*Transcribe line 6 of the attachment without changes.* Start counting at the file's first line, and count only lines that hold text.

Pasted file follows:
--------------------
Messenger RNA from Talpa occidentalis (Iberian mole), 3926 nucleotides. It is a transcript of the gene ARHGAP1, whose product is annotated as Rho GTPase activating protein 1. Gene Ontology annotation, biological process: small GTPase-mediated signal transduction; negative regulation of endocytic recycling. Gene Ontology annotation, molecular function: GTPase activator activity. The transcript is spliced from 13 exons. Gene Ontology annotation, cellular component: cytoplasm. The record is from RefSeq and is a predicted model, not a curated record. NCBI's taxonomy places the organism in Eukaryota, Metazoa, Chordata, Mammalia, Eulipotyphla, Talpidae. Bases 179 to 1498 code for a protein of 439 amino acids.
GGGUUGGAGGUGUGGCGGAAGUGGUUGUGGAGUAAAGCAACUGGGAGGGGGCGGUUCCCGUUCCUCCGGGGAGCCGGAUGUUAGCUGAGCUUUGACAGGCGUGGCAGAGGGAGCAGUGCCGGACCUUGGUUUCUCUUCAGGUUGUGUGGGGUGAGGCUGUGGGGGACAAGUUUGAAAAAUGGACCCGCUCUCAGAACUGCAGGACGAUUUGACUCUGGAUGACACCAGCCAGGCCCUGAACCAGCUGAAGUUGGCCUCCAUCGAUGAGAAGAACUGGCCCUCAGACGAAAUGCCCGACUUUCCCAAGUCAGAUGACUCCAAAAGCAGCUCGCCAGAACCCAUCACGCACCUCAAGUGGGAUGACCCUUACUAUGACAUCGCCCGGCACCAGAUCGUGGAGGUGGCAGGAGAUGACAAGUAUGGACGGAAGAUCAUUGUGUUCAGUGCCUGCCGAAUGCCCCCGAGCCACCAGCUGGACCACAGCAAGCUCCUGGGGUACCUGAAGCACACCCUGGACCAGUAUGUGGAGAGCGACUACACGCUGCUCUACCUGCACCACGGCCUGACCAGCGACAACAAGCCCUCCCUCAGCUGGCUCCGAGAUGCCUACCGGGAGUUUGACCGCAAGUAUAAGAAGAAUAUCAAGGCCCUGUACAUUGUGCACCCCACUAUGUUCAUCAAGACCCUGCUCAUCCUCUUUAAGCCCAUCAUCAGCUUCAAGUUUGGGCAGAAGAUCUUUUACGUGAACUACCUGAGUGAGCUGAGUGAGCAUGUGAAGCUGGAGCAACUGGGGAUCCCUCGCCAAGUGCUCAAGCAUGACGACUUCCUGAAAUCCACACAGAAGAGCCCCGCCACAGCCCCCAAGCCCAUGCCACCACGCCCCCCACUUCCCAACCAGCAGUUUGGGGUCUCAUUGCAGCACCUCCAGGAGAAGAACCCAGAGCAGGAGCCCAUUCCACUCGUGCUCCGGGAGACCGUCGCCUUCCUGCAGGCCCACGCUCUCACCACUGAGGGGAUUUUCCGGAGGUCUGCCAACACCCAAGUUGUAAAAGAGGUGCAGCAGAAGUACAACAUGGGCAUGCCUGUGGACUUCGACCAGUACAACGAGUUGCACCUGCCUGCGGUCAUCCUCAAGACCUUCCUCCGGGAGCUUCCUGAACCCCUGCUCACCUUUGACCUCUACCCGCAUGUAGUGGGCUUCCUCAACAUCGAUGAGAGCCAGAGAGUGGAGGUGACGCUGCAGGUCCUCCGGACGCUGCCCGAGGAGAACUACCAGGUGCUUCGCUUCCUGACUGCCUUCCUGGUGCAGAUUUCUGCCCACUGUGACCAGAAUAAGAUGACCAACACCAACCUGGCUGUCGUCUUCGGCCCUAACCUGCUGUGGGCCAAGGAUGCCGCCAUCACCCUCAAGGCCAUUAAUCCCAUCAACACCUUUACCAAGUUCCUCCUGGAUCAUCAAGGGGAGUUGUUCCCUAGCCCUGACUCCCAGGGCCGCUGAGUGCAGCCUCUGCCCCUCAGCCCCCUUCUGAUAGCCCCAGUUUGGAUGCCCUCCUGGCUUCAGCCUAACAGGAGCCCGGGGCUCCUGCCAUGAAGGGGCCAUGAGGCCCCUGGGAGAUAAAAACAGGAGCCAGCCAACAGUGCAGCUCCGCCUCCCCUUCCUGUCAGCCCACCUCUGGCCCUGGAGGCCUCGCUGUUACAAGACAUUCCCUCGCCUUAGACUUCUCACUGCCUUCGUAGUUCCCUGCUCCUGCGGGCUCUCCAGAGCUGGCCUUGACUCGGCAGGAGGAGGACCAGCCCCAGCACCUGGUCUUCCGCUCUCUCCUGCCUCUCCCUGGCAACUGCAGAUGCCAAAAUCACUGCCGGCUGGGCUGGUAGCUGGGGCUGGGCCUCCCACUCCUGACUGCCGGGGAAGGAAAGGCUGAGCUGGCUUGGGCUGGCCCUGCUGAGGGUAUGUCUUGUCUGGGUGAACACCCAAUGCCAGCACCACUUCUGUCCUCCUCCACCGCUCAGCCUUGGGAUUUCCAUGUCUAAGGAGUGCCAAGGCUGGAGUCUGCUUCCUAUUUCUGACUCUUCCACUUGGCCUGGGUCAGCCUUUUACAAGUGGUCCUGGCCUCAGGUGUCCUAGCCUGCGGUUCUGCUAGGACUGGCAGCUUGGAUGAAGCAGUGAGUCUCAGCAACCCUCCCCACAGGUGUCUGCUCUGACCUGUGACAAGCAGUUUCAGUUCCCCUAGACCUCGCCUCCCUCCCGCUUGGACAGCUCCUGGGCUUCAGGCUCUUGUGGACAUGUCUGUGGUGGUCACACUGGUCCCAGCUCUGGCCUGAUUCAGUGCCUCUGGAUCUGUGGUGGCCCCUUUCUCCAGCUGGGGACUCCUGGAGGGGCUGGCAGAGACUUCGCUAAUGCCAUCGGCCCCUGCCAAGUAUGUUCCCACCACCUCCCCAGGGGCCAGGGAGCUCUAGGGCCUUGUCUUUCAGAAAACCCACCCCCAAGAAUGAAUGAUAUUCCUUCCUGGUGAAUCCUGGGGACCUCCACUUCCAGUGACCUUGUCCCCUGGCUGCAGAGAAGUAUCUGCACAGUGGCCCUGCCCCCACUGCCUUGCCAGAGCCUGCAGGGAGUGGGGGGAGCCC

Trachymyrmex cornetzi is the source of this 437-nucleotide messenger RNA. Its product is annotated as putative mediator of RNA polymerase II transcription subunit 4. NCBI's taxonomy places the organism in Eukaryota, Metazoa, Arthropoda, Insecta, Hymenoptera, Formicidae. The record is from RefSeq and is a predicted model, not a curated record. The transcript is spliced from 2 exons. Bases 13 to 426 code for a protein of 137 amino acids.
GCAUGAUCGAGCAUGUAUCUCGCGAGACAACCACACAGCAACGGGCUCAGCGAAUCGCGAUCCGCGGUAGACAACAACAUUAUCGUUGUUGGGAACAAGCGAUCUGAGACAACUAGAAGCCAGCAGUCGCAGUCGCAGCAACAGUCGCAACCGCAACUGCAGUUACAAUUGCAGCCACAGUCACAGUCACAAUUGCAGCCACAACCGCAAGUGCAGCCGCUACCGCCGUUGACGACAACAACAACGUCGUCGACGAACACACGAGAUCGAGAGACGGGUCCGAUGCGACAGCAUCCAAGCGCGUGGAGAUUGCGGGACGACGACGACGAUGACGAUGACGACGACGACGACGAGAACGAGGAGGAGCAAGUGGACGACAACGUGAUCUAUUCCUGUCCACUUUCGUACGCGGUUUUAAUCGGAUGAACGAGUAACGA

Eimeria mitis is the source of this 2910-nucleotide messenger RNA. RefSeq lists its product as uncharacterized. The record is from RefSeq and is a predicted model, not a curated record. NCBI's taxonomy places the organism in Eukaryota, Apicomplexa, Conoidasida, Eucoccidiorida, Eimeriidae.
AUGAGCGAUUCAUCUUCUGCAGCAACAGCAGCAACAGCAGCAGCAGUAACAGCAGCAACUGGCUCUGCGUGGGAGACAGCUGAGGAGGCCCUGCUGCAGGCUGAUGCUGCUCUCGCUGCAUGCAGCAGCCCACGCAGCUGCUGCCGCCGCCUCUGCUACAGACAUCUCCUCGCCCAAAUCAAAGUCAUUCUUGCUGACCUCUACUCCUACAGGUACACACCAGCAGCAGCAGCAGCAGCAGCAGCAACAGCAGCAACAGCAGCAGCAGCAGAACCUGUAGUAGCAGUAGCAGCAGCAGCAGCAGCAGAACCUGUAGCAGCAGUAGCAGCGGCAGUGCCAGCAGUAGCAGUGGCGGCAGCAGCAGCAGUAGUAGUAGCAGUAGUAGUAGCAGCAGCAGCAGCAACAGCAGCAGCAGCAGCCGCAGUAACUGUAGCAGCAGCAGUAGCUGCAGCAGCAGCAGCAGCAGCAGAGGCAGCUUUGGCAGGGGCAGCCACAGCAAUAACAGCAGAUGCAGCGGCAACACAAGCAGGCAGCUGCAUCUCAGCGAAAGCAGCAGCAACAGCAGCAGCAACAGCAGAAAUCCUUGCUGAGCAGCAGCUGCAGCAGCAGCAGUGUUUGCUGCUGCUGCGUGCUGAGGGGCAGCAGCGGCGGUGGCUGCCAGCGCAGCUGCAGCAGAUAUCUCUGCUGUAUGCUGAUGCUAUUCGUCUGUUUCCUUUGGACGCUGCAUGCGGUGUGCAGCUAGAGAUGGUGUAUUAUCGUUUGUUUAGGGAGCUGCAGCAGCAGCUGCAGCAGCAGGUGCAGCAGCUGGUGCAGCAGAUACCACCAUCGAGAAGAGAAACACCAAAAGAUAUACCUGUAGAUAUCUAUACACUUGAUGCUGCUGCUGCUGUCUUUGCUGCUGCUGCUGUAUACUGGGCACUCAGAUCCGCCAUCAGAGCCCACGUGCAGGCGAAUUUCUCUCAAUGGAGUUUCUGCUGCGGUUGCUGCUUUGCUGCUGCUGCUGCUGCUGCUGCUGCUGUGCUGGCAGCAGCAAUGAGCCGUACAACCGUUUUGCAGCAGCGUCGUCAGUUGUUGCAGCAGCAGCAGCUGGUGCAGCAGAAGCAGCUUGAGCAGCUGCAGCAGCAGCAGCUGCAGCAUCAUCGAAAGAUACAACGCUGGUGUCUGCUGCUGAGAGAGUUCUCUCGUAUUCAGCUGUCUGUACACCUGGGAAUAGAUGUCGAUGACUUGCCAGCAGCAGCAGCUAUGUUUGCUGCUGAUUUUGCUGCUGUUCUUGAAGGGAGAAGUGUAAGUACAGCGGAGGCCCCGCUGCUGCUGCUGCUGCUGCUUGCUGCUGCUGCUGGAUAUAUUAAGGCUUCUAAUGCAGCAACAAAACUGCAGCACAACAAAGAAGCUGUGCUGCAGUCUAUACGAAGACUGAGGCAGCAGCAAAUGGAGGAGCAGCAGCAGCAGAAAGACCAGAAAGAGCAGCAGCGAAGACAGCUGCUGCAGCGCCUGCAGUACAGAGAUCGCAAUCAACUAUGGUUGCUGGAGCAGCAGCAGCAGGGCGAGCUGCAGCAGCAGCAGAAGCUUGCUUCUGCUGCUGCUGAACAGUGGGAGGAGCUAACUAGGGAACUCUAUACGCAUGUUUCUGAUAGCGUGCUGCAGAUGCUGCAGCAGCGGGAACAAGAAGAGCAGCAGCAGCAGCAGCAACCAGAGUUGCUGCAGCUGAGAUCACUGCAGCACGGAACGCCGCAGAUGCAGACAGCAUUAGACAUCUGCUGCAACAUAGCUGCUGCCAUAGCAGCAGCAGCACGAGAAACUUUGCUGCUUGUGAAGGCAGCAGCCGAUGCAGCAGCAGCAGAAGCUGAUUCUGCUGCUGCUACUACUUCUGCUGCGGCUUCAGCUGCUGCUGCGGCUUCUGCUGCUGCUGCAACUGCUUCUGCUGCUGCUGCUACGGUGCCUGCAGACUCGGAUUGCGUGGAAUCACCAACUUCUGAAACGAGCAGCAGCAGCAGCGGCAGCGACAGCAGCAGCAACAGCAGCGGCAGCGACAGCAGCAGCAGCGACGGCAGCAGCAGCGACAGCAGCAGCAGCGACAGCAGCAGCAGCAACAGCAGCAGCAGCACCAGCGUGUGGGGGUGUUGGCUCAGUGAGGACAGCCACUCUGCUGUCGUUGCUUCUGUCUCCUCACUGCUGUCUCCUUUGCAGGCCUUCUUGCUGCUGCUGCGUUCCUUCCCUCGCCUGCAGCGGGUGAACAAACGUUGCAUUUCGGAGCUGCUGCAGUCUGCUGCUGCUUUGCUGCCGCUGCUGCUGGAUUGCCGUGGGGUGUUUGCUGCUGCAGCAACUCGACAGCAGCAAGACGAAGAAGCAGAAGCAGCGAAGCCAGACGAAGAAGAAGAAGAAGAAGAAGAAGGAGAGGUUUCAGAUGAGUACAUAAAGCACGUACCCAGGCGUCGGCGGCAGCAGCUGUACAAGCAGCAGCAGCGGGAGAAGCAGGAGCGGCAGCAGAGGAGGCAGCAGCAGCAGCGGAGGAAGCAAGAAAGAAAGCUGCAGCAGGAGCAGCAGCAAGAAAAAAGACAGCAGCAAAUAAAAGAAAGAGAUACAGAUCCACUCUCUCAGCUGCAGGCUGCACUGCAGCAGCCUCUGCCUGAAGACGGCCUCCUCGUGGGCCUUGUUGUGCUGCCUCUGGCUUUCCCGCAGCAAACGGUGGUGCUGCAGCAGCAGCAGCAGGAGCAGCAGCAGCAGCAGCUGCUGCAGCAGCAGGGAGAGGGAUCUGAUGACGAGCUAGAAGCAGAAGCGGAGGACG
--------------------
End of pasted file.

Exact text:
AUGAGCGAUUCAUCUUCUGCAGCAACAGCAGCAACAGCAGCAGCAGUAACAGCAGCAACUGGCUCUGCGUGGGAGACAGCUGAGGAGGCCCUGCUGCAGGCUGAUGCUGCUCUCGCUGCAUGCAGCAGCCCACGCAGCUGCUGCCGCCGCCUCUGCUACAGACAUCUCCUCGCCCAAAUCAAAGUCAUUCUUGCUGACCUCUACUCCUACAGGUACACACCAGCAGCAGCAGCAGCAGCAGCAGCAACAGCAGCAACAGCAGCAGCAGCAGAACCUGUAGUAGCAGUAGCAGCAGCAGCAGCAGCAGAACCUGUAGCAGCAGUAGCAGCGGCAGUGCCAGCAGUAGCAGUGGCGGCAGCAGCAGCAGUAGUAGUAGCAGUAGUAGUAGCAGCAGCAGCAGCAACAGCAGCAGCAGCAGCCGCAGUAACUGUAGCAGCAGCAGUAGCUGCAGCAGCAGCAGCAGCAGCAGAGGCAGCUUUGGCAGGGGCAGCCACAGCAAUAACAGCAGAUGCAGCGGCAACACAAGCAGGCAGCUGCAUCUCAGCGAAAGCAGCAGCAACAGCAGCAGCAACAGCAGAAAUCCUUGCUGAGCAGCAGCUGCAGCAGCAGCAGUGUUUGCUGCUGCUGCGUGCUGAGGGGCAGCAGCGGCGGUGGCUGCCAGCGCAGCUGCAGCAGAUAUCUCUGCUGUAUGCUGAUGCUAUUCGUCUGUUUCCUUUGGACGCUGCAUGCGGUGUGCAGCUAGAGAUGGUGUAUUAUCGUUUGUUUAGGGAGCUGCAGCAGCAGCUGCAGCAGCAGGUGCAGCAGCUGGUGCAGCAGAUACCACCAUCGAGAAGAGAAACACCAAAAGAUAUACCUGUAGAUAUCUAUACACUUGAUGCUGCUGCUGCUGUCUUUGCUGCUGCUGCUGUAUACUGGGCACUCAGAUCCGCCAUCAGAGCCCACGUGCAGGCGAAUUUCUCUCAAUGGAGUUUCUGCUGCGGUUGCUGCUUUGCUGCUGCUGCUGCUGCUGCUGCUGCUGUGCUGGCAGCAGCAAUGAGCCGUACAACCGUUUUGCAGCAGCGUCGUCAGUUGUUGCAGCAGCAGCAGCUGGUGCAGCAGAAGCAGCUUGAGCAGCUGCAGCAGCAGCAGCUGCAGCAUCAUCGAAAGAUACAACGCUGGUGUCUGCUGCUGAGAGAGUUCUCUCGUAUUCAGCUGUCUGUACACCUGGGAAUAGAUGUCGAUGACUUGCCAGCAGCAGCAGCUAUGUUUGCUGCUGAUUUUGCUGCUGUUCUUGAAGGGAGAAGUGUAAGUACAGCGGAGGCCCCGCUGCUGCUGCUGCUGCUGCUUGCUGCUGCUGCUGGAUAUAUUAAGGCUUCUAAUGCAGCAACAAAACUGCAGCACAACAAAGAAGCUGUGCUGCAGUCUAUACGAAGACUGAGGCAGCAGCAAAUGGAGGAGCAGCAGCAGCAGAAAGACCAGAAAGAGCAGCAGCGAAGACAGCUGCUGCAGCGCCUGCAGUACAGAGAUCGCAAUCAACUAUGGUUGCUGGAGCAGCAGCAGCAGGGCGAGCUGCAGCAGCAGCAGAAGCUUGCUUCUGCUGCUGCUGAACAGUGGGAGGAGCUAACUAGGGAACUCUAUACGCAUGUUUCUGAUAGCGUGCUGCAGAUGCUGCAGCAGCGGGAACAAGAAGAGCAGCAGCAGCAGCAGCAACCAGAGUUGCUGCAGCUGAGAUCACUGCAGCACGGAACGCCGCAGAUGCAGACAGCAUUAGACAUCUGCUGCAACAUAGCUGCUGCCAUAGCAGCAGCAGCACGAGAAACUUUGCUGCUUGUGAAGGCAGCAGCCGAUGCAGCAGCAGCAGAAGCUGAUUCUGCUGCUGCUACUACUUCUGCUGCGGCUUCAGCUGCUGCUGCGGCUUCUGCUGCUGCUGCAACUGCUUCUGCUGCUGCUGCUACGGUGCCUGCAGACUCGGAUUGCGUGGAAUCACCAACUUCUGAAACGAGCAGCAGCAGCAGCGGCAGCGACAGCAGCAGCAACAGCAGCGGCAGCGACAGCAGCAGCAGCGACGGCAGCAGCAGCGACAGCAGCAGCAGCGACAGCAGCAGCAGCAACAGCAGCAGCAGCACCAGCGUGUGGGGGUGUUGGCUCAGUGAGGACAGCCACUCUGCUGUCGUUGCUUCUGUCUCCUCACUGCUGUCUCCUUUGCAGGCCUUCUUGCUGCUGCUGCGUUCCUUCCCUCGCCUGCAGCGGGUGAACAAACGUUGCAUUUCGGAGCUGCUGCAGUCUGCUGCUGCUUUGCUGCCGCUGCUGCUGGAUUGCCGUGGGGUGUUUGCUGCUGCAGCAACUCGACAGCAGCAAGACGAAGAAGCAGAAGCAGCGAAGCCAGACGAAGAAGAAGAAGAAGAAGAAGAAGGAGAGGUUUCAGAUGAGUACAUAAAGCACGUACCCAGGCGUCGGCGGCAGCAGCUGUACAAGCAGCAGCAGCGGGAGAAGCAGGAGCGGCAGCAGAGGAGGCAGCAGCAGCAGCGGAGGAAGCAAGAAAGAAAGCUGCAGCAGGAGCAGCAGCAAGAAAAAAGACAGCAGCAAAUAAAAGAAAGAGAUACAGAUCCACUCUCUCAGCUGCAGGCUGCACUGCAGCAGCCUCUGCCUGAAGACGGCCUCCUCGUGGGCCUUGUUGUGCUGCCUCUGGCUUUCCCGCAGCAAACGGUGGUGCUGCAGCAGCAGCAGCAGGAGCAGCAGCAGCAGCAGCUGCUGCAGCAGCAGGGAGAGGGAUCUGAUGACGAGCUAGAAGCAGAAGCGGAGGACG